The families of those on board the missing Malaysia Airlines Flight MH370 are unhappy with the Australian government's idea of creating a memorial site for the victims in Perth. The news comes ahead of a renewed search for the missing plane spearheaded by a private United States-based company.

The West Australian Government released a tender for a $125,000 memorial on Perth's Elizabeth Quay development, but the next of kin — two thirds of whom are Chinese nationals — appealed to shelve the plan as there has been no conclusion so far to the tragedy. The families claimed proposal for the memorial site has come too soon and also in the wrong location, Australia's  ABC News reported. The families also said authorities did not consult with them before planning for the memorial.

"The establishment of such monuments usually takes place only after the matter has come to an end. But so far we don't know where our relatives are and where the plane is," Jiang Hui, 44, whose mother was on board Flight MH370 reportedly said. 

Sher Keen, president of Aircrash Support Group Australia, an organization that supports air crash victims and their families, sent a letter protesting the Perth memorial. 

"They just can't see the sense in placing a memorial there and placing a memorial there now," Keen said.

Flight MH370 went missing on March 8, 2014, with 239 people on board while on its way from Kuala Lumpur to Beijing. A multimillion-dollar search in a remote part of the southern Indian Ocean yielded no concrete clues as to the whereabouts of the jet. Australia, which was leading the underwater search for the plane, called off the hunt last January.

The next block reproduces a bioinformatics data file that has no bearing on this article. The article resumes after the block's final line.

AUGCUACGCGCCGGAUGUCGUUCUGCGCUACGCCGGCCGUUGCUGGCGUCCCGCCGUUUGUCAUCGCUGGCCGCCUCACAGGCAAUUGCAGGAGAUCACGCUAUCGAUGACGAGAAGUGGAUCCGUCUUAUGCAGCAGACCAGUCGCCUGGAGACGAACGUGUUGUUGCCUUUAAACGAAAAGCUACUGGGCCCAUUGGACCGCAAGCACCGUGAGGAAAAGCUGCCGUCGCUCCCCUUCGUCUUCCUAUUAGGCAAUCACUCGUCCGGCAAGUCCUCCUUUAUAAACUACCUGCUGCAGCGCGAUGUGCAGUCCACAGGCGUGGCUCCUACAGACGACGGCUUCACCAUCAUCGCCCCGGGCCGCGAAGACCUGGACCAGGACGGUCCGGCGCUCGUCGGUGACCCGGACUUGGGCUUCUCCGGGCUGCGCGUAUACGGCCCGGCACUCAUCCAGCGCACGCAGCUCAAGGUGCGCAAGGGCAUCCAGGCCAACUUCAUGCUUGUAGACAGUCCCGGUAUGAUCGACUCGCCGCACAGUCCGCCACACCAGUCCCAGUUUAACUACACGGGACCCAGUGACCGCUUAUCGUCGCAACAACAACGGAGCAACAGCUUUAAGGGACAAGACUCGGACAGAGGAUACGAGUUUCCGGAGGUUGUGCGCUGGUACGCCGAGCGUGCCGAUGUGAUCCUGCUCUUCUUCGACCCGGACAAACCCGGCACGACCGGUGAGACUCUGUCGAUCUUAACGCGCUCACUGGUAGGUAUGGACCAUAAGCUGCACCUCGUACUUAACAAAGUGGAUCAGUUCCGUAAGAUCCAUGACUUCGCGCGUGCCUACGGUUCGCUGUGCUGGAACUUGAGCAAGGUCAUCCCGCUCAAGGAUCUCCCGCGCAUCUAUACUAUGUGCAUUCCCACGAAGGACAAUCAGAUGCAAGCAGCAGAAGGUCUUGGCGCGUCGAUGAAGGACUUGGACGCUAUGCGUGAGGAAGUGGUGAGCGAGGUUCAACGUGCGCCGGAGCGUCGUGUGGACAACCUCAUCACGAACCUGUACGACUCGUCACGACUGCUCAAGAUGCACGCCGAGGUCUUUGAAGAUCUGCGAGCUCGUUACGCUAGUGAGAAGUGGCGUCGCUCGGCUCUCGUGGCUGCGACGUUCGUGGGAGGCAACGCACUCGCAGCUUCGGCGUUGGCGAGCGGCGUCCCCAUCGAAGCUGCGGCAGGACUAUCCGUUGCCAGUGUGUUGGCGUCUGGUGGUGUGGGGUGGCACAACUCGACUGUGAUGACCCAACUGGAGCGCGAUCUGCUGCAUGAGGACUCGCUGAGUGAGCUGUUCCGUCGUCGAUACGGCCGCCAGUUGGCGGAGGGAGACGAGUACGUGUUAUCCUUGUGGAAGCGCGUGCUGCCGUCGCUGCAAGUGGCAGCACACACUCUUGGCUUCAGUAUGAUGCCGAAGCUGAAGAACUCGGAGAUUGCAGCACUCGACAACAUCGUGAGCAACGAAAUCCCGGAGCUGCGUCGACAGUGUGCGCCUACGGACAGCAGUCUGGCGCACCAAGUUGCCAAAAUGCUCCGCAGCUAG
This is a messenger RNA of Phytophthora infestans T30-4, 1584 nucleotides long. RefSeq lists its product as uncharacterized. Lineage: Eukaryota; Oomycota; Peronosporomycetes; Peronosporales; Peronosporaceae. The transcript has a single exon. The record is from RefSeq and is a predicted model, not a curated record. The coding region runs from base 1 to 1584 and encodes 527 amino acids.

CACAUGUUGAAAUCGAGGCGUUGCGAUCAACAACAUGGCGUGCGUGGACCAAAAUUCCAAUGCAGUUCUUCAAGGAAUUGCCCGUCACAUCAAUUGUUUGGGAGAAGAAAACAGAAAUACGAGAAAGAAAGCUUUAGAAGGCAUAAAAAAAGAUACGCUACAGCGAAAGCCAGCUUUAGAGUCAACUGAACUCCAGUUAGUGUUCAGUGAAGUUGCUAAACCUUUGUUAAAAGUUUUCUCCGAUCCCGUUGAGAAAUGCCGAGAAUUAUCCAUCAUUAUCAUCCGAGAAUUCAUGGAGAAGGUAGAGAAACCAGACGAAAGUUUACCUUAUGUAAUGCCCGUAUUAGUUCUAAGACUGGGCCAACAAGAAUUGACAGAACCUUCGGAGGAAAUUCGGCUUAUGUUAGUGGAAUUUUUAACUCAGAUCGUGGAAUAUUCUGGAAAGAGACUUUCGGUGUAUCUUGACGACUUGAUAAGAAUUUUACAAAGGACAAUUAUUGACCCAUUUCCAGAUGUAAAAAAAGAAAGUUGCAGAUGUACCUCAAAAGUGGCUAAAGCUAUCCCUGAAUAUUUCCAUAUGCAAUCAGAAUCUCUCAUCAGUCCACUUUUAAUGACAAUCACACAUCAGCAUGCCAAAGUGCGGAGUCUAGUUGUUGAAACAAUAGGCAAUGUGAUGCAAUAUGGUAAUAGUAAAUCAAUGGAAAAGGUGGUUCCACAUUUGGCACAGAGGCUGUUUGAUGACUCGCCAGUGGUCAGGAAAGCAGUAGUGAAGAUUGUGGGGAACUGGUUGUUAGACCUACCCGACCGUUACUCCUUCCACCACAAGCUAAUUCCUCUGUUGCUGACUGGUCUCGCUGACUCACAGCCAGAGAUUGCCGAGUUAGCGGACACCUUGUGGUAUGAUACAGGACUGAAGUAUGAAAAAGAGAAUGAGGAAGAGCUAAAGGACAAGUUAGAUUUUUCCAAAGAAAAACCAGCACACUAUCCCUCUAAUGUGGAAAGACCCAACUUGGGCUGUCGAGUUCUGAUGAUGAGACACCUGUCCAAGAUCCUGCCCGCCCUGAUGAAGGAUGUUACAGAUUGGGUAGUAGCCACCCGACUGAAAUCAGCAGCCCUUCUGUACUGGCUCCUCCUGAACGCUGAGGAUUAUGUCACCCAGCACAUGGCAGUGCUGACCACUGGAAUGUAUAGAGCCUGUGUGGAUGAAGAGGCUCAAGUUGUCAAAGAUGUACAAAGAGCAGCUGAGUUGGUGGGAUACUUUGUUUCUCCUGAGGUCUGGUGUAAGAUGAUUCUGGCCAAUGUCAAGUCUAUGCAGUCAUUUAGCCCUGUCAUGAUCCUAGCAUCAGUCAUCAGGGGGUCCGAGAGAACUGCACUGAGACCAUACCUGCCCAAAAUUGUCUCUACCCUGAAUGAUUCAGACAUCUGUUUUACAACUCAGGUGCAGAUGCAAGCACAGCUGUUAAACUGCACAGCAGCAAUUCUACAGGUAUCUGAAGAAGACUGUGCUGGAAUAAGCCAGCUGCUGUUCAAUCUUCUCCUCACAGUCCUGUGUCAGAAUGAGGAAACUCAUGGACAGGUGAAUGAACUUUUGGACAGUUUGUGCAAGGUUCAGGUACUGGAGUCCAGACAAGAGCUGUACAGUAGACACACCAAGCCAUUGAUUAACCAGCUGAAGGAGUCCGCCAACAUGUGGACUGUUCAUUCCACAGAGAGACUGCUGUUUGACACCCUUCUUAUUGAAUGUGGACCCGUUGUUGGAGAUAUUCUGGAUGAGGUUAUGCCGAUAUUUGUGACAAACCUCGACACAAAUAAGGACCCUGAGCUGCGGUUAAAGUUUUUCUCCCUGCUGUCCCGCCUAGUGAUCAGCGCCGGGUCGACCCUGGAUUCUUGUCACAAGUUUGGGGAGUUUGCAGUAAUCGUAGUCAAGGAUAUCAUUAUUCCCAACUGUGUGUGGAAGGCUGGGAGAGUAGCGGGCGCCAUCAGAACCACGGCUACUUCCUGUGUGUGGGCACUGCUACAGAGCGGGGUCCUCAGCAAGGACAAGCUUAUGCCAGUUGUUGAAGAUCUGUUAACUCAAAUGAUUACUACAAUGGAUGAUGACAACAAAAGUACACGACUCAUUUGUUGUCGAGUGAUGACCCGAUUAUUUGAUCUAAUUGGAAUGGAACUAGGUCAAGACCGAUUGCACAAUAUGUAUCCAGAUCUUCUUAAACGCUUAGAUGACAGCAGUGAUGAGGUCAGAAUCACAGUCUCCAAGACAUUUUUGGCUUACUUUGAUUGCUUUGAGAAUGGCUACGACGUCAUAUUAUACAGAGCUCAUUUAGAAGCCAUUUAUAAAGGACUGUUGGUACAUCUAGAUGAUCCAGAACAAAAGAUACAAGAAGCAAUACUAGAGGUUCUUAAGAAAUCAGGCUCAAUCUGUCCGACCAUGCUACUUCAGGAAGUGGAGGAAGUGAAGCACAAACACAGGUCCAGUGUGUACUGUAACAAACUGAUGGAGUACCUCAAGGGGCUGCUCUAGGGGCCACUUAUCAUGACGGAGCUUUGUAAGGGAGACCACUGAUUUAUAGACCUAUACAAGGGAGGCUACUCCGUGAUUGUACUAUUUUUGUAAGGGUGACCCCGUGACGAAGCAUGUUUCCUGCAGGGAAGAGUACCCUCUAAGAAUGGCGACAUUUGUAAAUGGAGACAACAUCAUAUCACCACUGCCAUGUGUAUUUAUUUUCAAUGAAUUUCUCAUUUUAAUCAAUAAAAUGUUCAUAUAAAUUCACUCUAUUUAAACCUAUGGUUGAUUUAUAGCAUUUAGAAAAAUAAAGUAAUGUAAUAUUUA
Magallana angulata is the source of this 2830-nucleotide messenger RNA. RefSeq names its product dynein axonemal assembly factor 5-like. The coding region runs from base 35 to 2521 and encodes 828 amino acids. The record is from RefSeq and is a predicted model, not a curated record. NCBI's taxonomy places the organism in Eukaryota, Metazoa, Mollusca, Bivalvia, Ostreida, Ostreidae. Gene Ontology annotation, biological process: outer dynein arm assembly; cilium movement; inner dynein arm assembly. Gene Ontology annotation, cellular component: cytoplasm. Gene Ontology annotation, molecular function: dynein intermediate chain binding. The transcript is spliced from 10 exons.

However, Ocean Infinity and the Malaysian government resumed talks to renew the search under a "no cure, no fee" structure, according to which the company will be paid only if the aircraft is found.

“While I am hopeful of a successful search, I’m conscious of not raising hopes for the loved ones of those on board,” Darren Chester, Australia’s Minister for Infrastructure and Transport, said in a statement in October. “I hope that this new search will bring answers, both for the next of kin and for the rest of the world.”

The only positive clue so far about the plane's disappearance came when debris pieces washed up on the shores of islands in the Indian Ocean. After analyzing the pieces, authorities said some of them came from the missing jet.

However, there has been no definite answer as to what might have happened to the Boeing 777-200. Several conspiracy theories, starting from a terrorist involvement to the pilot performing a death dive, have all surfaced over the last three years.